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Exhibition/ Why do we need freedom, anyway?

Published: 5 lipca 2018 Views: 225 Art, Exhibitions, Home

Piotr Krzymowski / Search Engines

Guest show of the artist’s work in the CoCA hall

When: 14 August – 2 October 2018

Curator: Mateusz Kozieradzki

 

“The next Freud will be a data scientist. The next Marx will be a data scientist. The next Salk might very well be a data scientist”.

Seth Stephens-Davidowitz, Everybody Lies: Big Data, New Data, and What the Internet can tell us about who we really are

 
We inhabit an age of absolute digitization. Instead of reaching for books, we rely on a tablet or our phone, gathering information from the World Wide Web. The internet will allow virtually anything; we can shop, make friends, go through the keyhole and communicate with anyone who’s connected. The Internet has created a parallel world, governed by its own laws and customs that differ vastly from those inherent of the physical universe. Our relationship with such devices has become a most intimate one in which we explore thoughts, desires, emotions and taboos we might never consider exposing in public.

Piotr Krzymowski’s video – “Search engines” presents four search engines which cover the most popular fields explored on the internet. Frames taken from Google, Facebook, Instagram and Pornhub fill the screen in constant and contrasting repetition. In his selection, the artist has focused on the websites’ popularity and universality. From an anthropological perspective these platforms meet the most fundamental and immediate needs of contemporary users. Facebook allows individuals to communicate with friends and the world at large, expressing emotions, views and opinions publicly and without regulation. In direct contrast, Instagram has become a platform upon which to create the ideal world; an application allowing users to create and diffuse a filtered, perfected aesthetic that they can share instantly with millions. Pornhub is the most popular porn search engine in existence, which allows the fulfilment of almost any sexual fantasy at the touch of a button. And finally Google, the engine which can answer seemingly everything, from the tendencies of the Eurasian water shrew to a practical solution for mouldy laundry.

Krzymowski’s work compares and analyses the suggested results of the aforementioned search engines by typing the first few words of the same sentences in each search engine. Suggestions for completing each phrase are then provided automatically by the search engines (which equate to the most popular searches) revealing the bizarre, brutal and sometimes comical truth behind what people search for. The questions, which in this case become the answers, expose desires, fears, opinions and prejudices many would publicly deny.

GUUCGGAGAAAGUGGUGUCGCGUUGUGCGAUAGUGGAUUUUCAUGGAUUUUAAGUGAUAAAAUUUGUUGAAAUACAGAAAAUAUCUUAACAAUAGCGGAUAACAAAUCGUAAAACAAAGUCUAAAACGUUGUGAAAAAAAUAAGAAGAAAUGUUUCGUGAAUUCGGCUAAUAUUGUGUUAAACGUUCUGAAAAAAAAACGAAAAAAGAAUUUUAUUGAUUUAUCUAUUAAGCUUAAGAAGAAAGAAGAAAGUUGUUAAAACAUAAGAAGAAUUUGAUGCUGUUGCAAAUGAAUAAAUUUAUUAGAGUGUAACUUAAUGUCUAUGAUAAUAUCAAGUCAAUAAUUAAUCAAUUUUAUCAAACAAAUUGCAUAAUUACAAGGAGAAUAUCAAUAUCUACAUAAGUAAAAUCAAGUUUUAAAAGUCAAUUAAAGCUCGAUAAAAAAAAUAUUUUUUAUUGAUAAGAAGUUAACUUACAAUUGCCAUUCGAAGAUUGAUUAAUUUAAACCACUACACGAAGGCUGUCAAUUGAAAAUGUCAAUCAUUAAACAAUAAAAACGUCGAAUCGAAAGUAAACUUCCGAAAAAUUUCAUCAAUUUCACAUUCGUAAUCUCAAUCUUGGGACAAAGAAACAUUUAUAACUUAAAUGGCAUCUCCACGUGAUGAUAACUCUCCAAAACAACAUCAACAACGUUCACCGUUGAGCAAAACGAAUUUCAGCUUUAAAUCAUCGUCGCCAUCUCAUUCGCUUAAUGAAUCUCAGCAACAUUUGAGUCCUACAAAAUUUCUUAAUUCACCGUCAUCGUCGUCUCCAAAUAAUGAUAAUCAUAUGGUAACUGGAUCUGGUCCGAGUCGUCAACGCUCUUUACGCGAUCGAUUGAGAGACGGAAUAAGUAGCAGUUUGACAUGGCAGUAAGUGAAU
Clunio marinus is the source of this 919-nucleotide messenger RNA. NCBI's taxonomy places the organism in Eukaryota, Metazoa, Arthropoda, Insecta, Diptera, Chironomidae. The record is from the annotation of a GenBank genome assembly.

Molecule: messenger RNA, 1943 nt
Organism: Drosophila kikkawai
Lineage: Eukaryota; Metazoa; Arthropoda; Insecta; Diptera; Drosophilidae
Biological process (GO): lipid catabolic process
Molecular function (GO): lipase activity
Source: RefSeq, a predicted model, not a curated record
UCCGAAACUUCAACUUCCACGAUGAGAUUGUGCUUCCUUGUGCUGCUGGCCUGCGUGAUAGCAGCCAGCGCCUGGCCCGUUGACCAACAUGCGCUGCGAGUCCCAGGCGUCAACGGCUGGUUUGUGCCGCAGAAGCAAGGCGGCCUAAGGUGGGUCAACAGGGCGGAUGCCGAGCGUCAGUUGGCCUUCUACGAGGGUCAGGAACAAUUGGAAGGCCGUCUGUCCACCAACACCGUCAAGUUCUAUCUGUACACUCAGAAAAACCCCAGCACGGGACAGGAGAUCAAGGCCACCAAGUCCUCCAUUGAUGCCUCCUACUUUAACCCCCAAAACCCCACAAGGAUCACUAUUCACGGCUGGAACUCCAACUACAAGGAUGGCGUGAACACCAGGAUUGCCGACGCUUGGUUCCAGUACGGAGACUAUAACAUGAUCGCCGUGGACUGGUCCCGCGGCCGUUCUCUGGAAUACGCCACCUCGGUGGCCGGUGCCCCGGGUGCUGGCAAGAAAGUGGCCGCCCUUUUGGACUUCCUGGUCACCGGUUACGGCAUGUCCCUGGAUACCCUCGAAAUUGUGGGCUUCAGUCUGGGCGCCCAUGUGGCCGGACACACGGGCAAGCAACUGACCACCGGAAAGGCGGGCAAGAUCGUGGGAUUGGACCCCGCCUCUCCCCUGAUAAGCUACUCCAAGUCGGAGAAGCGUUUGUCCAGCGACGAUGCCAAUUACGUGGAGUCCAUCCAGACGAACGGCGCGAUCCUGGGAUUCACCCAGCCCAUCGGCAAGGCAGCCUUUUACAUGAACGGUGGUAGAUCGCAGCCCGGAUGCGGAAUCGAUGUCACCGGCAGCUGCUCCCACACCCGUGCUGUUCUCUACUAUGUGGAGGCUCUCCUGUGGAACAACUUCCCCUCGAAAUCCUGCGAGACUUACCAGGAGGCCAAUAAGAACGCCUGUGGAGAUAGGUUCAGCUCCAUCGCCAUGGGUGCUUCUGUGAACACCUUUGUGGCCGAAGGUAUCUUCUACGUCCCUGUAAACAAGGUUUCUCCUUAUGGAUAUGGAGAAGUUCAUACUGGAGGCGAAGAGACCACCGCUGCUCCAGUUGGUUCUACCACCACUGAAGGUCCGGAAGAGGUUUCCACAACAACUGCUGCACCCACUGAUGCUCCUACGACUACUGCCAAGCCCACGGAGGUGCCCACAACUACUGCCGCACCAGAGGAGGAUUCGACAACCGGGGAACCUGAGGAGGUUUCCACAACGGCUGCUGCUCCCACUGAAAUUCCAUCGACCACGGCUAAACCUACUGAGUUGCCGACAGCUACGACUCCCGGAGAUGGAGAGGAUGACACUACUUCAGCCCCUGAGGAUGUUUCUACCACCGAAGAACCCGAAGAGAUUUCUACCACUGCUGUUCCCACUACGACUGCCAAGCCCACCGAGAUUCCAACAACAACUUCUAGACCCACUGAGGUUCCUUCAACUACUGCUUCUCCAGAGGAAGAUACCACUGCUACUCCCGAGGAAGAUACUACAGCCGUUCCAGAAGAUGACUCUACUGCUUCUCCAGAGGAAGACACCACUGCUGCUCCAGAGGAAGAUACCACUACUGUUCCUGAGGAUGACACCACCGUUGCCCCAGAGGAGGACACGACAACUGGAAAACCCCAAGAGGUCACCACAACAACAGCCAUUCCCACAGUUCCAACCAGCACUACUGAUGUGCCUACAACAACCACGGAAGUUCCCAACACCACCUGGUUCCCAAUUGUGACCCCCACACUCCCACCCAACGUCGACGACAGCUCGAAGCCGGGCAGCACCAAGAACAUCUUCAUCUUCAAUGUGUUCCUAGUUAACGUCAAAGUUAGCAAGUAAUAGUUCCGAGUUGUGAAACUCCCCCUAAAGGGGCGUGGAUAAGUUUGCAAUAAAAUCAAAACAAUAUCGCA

The power of search engines lies in their ability to accurately reflect our world. Many feel a sense of anonymity behind a screen. People ask questions or make statements they wouldn’t openly voice. Each search engine generates responses that relate to the particular ethos and purpose of the platform and what it has come to represent to its users. This creates a diverse insight into the human psyche which allows for curious analysis. Indeed, search engines could easily come to replace questionnaires or anonymous surveys.

The Interent was created to facilitate our access to the wider world. It was intended to provide users with an encyclopaedic insight into science and the natural world. It has however become a world of its own. The Modern man must thus function between both of these worlds, one physical, the other virtual. Over a dozen years after the mass popularisation of the Internet, in a reversal of roles we can now use it to seek knowledge about ourselves – a method of research which has proven both valuable and revealing.

The artist records his on-screen activity as he conducts real-time data analysis. In a sharp and often witty way, he provides an insight into how digital data and the internet have come to shape the modern world.

It’s important to mention a further element that appears as the viewer watches the video. The on-screen activity takes the form of an animated computer system that appears to search itself. It suggests a totality to the virtual world – one able to exist independently of mankind, alluding to the ever-increasing sophistication of artificial intelligence and the power of the internet as an entirely parallel sphere. In contrast however, it also serves to highlight the impermanence and fragility of the online universe, which is open to anonymous threats and attacks.

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